Legal action launched against BMW and Mercedes-owned company over alleged unlawful treatment of FREENOW private hire drivers
Law firm Leigh Day has launched a group legal claim against FREENOW, a ride hailing app owned by BMW Group and Mercedes-Benz Mobility, arguing that the company is treating its private hire drivers unlawfully.
Posted on 29 November 2023
The lawyers say at least 20,000 FREENOW private hire drivers could be owed thousands of pounds for being denied workers’ rights such as holiday pay and the national minimum wage.
If the legal claim is successful, Leigh Day will claim backpay for unpaid holiday and compensation for any underpayment of the national minimum wage for the entire period private hire drivers who join the claim have worked for FREENOW. The claim against FREENOW is similar to Leigh Day’s successful claim brought against Uber.
FREENOW, which is based in Germany, operates in over 150 cities across Europe. It provides private hire vehicles, e-scooters, car sharing, taxis, public transport services, e-bikes, and e-mopeds. FREENOW operates private hire services in London and the South East of England.
Leigh Day argues that the way FREENOW private hire drivers work means that they are workers rather than self-employed contractors. The claim will ensure that private hire drivers receive access to workers’ benefits and are protected under employment law.
FREENOW private hire drivers are eligible to join the claim if they have driven for the company in the last 10 weeks. The claim is ‘opt in’, meaning that drivers need to sign up in order to receive compensation should the claim be successful. The claim is not applicable to black cab drivers using the platform.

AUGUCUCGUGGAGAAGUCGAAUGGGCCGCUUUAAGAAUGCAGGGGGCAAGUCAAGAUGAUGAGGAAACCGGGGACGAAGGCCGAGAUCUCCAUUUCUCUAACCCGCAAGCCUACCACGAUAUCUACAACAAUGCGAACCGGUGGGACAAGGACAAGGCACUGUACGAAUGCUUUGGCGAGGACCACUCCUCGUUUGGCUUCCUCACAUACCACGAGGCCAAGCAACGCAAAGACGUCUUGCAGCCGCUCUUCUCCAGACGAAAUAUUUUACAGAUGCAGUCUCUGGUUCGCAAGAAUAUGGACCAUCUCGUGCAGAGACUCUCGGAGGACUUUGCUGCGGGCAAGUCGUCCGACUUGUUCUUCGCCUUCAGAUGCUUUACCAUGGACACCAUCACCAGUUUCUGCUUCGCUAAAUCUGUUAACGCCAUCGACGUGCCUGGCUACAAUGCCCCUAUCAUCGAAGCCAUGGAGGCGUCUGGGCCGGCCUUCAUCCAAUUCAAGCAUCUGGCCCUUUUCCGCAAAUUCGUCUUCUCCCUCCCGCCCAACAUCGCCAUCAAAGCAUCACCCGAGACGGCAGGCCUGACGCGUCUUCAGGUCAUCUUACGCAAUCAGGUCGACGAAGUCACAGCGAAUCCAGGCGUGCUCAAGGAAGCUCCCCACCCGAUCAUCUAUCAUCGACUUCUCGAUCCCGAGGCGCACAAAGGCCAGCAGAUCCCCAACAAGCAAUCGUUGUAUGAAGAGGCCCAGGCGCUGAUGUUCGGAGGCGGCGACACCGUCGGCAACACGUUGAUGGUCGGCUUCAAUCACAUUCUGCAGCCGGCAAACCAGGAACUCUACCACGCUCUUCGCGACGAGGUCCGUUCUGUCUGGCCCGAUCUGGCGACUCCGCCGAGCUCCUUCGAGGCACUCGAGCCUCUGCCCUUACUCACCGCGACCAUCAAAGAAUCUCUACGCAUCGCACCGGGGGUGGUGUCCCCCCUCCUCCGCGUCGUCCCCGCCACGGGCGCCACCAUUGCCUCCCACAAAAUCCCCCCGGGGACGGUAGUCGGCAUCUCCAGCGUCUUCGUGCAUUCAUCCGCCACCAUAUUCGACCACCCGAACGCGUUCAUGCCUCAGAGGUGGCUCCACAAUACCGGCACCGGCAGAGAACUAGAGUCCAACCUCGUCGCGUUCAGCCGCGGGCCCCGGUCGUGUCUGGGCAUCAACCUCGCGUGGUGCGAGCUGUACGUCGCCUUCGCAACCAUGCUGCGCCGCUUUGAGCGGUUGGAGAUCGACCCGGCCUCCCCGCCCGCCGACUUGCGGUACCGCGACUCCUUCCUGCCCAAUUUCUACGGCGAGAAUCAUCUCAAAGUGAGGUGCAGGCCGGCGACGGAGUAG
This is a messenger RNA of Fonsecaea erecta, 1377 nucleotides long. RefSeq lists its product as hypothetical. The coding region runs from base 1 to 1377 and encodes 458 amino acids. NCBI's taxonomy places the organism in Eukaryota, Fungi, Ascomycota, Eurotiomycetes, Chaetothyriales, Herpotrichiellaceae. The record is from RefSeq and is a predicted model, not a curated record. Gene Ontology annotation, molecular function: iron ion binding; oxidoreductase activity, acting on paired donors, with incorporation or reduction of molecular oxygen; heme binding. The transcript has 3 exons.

All FREENOW private hire drivers are potentially eligible to join the claim whether they have signed FREENOW’S new ‘worker’ contract or the new ‘independent contractor’ contract. Leigh Day’s case is that all FREENOW private hire drivers are workers, irrespective of how FREENOW describes them in its paperwork.
Leigh Day acts under ‘no win no fee’ agreements, meaning that private hire drivers will not have to pay anything unless the claim is successful.
A FREENOW driver said:
“I don’t feel like I have much control when working for FREENOW, and sometimes I feel pressured to do work that feels unsafe. If I cancel a certain number of trips, FREENOW locks me out of my account as a punishment and stops me from working. But I don’t know how many cancelled trips I am allowed before I am suspended. This means that if I arrive at a pick-up location that feels unsafe, for example if it’s dark with few people around, I worry that if I cancel the trip I will be suspended and lose work.”
Leigh Day employment partner Annie Powell, who is leading the claim, said:
“We believe that all FREENOW private hire drivers are workers and that they should therefore have the employment rights and legal protection that come with that status. We will argue that by labelling private hire drivers as “self-employed contractors”, the owners of the ride-hailing app, BMW and Mercedes, are responsible for denying private hire drivers basic rights like paid holidays in order to cut costs.”
To find out more about the claim and check if you are eligible, click HERE for more information.
FREENOW drivers' claim
We strongly believe that drivers are workers, not self-employed contractors. We will fight for the compensation that we believe you should receive.